Walking and Hiking in Cornwall

The South West Coast Path is regularly voted Britain’s best walks, and around 300 miles of the 630 hug Cornwall’s coastline. It takes in dramatic outcrops, stunning seascapes and beautiful beaches as it winds its way around the Cornish coast. But there’s even more delightful rambling to be had inland, such as the 18 mile Camel Trail that follows a disused railway or some of the walks that traverse the wide open Bodmin Moor.

Popular walks in South Cornwall

  • Talland and the Giant’s Hedge (7.4 miles) – Looe: This stunning walk is reasonably challenging, but rewards those that make the effort. It begins and ends at Looe station, and loosely follows and age-old boundary wall. Along this section of the South West Coast path you’ll find an abundance of wildlife, and wonderful views of secluded beaches
  • Clay Trails (2.5-4.2 miles) – St Austell: There are five of these trails that take in stunning views and criss-cross the old clay tips and pits that have now become something of a nature reserve. They are the perfect antidote to a busy life and offer peace and solitude in a beautiful setting

Learn more about other outdoor activities in South Cornwall


Popular walks in North Cornwall

  • The Camel Trail (18 miles) – Padstow: The Camel Trail follows the path of a disused railway line and carves its way through some of the most beautiful parts of the county. The level terrain makes it possible, for those with the stamina, to complete the 18-miles on foot in a single day; however the towns of Wadebridge and Boscarne are conveniently located for anyone wishing to break up the trail over several days or just complete a section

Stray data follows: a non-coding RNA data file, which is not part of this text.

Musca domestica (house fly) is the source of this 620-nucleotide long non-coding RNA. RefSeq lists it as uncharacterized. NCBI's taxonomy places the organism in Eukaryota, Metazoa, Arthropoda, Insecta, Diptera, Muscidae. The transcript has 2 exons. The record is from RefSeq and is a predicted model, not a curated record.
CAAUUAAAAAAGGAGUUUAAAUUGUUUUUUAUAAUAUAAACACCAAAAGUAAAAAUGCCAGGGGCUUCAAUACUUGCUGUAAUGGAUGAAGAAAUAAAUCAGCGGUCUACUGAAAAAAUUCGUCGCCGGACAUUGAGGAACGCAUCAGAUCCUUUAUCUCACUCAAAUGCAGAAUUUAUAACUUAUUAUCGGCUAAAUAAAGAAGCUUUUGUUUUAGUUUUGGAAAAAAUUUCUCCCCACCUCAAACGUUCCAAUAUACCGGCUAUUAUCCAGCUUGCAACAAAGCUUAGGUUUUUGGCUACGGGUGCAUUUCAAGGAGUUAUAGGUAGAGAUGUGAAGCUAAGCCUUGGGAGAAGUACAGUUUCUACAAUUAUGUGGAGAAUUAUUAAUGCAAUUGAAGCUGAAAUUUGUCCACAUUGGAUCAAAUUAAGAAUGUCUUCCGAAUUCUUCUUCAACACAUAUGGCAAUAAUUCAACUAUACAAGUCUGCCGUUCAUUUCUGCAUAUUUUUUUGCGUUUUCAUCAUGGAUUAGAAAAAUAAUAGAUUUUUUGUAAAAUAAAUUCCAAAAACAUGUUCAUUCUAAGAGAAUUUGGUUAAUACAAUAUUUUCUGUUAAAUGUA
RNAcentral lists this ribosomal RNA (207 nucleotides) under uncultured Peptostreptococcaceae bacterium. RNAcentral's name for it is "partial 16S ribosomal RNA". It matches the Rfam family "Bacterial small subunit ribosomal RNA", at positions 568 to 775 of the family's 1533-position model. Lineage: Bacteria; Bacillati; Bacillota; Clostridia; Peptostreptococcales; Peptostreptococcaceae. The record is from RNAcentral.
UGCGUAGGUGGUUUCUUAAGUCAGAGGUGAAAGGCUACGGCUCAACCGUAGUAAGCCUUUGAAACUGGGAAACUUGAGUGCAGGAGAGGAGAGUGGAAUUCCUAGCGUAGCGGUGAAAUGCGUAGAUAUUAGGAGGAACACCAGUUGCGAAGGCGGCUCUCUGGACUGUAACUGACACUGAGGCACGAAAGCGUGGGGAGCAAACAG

• Carnewas and Bedruthan Steps (4.5 miles): The Bedruthan Steps are a series of slate stacks stood out at sea, and the site of them is bewitching at any time of year. Legend has it that a giant used the stacks as stepping stones when walking along the coastline. It’s not possible for mere humans to leap from stack to stack as the giant did, so instead should stick to the path along the cliffs. There are also steep paths down from the clifftops to the secluded rocky beaches

Learn more about other outdoor activities in North Cornwall


Popular walks in West Cornwall

  • Cape Cornwall (5.2 miles) – St Just: This beautiful coastline trail takes walkers past disused mines, ancient forts and run-down mills; and is the point where the English Channel and the Atlantic Ocean converge. There are a couple of pubs along the way should refreshments be required
  • Porthcurno circular walk (3 miles): This walk traverses the granite clifftops affording walkers with stunning views of Porthcurno beach – arguably Cornwall’s best. It passes through beautiful wild heathland and the charming fishing village of Penberth

Learn more about other outdoor activities in West Cornwall


Popular walks in the Bodmin and Tamar Valley area

  • Roughtor and Brown Willy (5.2 miles) – Roughtor: This circular walk encompasses Cornwall’s highest tors. It crosses Bodmin’s atmospheric moorland and passes prehistoric settlements and some striking rock formations
  • Minions and The Cheesewring (4.4 miles) – The Hurlers car park: This circular walk begins at the Hurlers: a group of three stone circles comprising around 40 remaining visible menhirs. Along the way the route also passes The Cheesewring, a granite tor shaped by weather, and Stowe’s Hill. The views across the moors are incredible, and the Minions is a delightful village

Learn more about other outdoor activities in the Bodmin and Tamar Valley region

At a glance

The Camel Trail is 18 miles long, but can easily be broken into three more manageable walks

Bodmin Moor has captured the imagination of writers and painters over the years. A good tramp across the moorland is a surefire way to get the blood pumping and work up an appetite

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